Wylie, S. J.

Publications (1)

First Report of ‘Candidatus Phytoplasma aurantifolia’ Associated With Severe Stunting and Necrosis on the Invasive Weed Pelargonium capitatum in Western Australia

Lee et al. (2010). Plant Disease 94 (10)
Names (1)
Ca. Phytoplasma aurantifolia
Agronomy and Crop Science Plant Science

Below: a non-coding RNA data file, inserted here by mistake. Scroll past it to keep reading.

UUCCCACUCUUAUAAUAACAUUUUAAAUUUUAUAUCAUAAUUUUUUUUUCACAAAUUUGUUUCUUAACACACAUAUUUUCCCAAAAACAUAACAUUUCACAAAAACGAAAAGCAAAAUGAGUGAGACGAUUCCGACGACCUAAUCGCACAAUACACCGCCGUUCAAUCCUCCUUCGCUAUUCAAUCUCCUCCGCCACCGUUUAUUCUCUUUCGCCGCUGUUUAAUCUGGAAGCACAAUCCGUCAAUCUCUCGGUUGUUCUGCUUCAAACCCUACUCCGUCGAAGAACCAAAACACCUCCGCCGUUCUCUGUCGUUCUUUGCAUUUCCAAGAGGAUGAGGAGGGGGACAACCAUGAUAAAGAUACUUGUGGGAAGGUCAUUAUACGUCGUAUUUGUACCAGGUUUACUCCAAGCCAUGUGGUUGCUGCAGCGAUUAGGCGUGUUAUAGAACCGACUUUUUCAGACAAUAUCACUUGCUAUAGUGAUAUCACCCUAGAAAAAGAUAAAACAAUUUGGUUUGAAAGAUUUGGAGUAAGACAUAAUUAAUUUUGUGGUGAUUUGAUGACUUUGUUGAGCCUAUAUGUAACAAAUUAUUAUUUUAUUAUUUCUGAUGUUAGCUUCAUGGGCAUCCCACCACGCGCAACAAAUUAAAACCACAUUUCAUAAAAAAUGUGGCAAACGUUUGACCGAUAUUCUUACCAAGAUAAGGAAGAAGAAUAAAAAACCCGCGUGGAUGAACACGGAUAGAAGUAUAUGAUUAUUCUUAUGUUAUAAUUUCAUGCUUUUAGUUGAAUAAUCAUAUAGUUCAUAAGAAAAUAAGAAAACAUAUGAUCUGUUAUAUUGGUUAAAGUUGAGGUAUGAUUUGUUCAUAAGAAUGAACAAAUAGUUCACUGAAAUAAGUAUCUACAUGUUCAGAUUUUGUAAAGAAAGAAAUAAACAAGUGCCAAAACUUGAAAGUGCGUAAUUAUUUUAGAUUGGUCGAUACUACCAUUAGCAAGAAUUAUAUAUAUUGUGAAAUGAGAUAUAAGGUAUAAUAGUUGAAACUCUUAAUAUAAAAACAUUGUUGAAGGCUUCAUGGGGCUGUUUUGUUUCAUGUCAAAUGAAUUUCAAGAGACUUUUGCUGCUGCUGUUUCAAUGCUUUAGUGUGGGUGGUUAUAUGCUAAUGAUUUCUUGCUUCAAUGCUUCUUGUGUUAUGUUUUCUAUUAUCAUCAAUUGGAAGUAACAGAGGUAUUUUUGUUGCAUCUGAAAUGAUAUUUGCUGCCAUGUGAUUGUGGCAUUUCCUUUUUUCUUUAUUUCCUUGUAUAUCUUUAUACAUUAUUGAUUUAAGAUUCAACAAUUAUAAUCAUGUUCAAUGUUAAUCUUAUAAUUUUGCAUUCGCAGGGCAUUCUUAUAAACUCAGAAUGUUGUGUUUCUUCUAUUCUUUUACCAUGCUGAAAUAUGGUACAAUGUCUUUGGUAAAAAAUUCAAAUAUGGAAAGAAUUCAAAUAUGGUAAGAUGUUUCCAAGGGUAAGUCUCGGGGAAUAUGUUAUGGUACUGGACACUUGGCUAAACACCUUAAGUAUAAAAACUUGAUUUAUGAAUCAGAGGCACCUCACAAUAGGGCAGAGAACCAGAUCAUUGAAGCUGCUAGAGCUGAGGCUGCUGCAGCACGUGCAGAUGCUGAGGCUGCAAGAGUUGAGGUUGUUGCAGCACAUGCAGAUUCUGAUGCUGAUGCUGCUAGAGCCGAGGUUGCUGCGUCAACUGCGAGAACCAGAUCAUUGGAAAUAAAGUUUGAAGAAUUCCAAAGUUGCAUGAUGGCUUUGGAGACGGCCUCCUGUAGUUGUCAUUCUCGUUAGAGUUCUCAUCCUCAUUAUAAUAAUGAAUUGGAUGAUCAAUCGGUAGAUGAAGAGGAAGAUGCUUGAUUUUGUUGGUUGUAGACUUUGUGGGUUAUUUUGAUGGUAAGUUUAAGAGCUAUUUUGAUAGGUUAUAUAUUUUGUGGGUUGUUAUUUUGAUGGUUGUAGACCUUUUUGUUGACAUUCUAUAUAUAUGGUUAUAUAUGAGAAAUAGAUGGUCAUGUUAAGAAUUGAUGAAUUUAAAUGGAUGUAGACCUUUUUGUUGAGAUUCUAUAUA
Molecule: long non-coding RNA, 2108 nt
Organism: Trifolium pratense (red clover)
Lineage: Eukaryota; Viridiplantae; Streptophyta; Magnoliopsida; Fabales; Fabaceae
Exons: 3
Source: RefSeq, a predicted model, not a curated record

Pelargonium capitatum (rose pelargonium) is a plant indigenous to southern Africa, originally brought to Western Australia for its ornamental qualities. It has since become naturalized in the Southwest Australian Floristic Region, recognized for its high level of species endemism, where it is a serious invasive weed in bushlands and coastal dunes. Since P. capitatum outcompetes native species it is listed among the top 10 most important coastal weeds of the region (3). In 2008, large patches of stunted, dying, and dead P. capitatum plants were observed within a population covering coastal dunes at Woodman Point, Western Australia (GPS coordinates 32°07′40.51″S, 115°45′28.39″E). Diseased plants had small misshapen leaves in clumps that were often chlorotic or pink, shortened internodes, and exhibited phylloidy typical of infection by a phytoplasma. From August 2009 to January 2010, samples from symptomatic and asymptomatic plants were collected from the site and from plants of an asymptomatic population at another site located on the Murdoch University campus nearby. DNA was extracted from 15 samples collected from symptomatic and asymptomatic plants at the dune site and from five at the campus site. Briefly, 2 to 5 g of leaf and stem tissue was cut into 5-mm pieces and shaken overnight in 30 ml of phosphate-buffered saline buffer. Supernatant was filtered and a pellet was collected by centrifugation. After resuspension in 500 μl of extraction buffer (200 mM Tris-HCl [pH 7.5] 250mM NaCl, 25mM ethylenediaminetetraacetic acid, 0.5% sodium dodecyl sulfate, and 2% polyvinylpyrrolidone), DNA was precipitated in 500 μl of cold isopropanol. Samples were tested for the presence of phytoplasma ribosomal 16S DNA by nested PCR using phytoplasma universal primers P1/P7 followed by amplification with primers Tint, R16mF2, and R16mR1 (1,2,4). Phytoplasma-specific DNA sequences were synthesized directly from amplicons using the above primers. Phytoplasma was detected from both symptomatic and asymptomatic plant samples collected from the dune site but not from the campus site. Analysis of the nine sequences obtained (GenBank Accession Nos. HM583339, HM583340, HM583341, HM583342, HM583343, HM583344, HM583345, HM583346, and HM583347) revealed high sequence identity between isolates (~99%) and with the ‘Candidatus Phytoplasma aurantifolia’ (16SrII) group of phytoplasmas (1,4). Presence of phytoplasma in symptomatic plants was confirmed by histological examination of stem sections stained with Dienes' stain. This finding is significant because there is potential for utilizing this phytoplasma to control P. capitatum where it has invaded ecologically significant sites, although its effect on indigenous plants must be determined first. Although phytoplasmas within the 16SrII group have been identified in Australia previously (1,4), to our knowledge, this is the first report of it infecting P. capitatum. References: (1) K. S. Gibb et al. Phytopathology 85:169, 1995. (2) D. E. Gundersen and I.-M. Lee. Phytopathol. Mediterr. 35:144, 1996. (3) B. M. J. Hussey et al. Western Weeds. A Guide to the Weeds of Western Australia. 2nd ed. Plant Protection Society of Western Australia, Victoria Park, 2007. (4) M. Saqib et al. J. R. Soc. West. Aust. 90:175, 2007.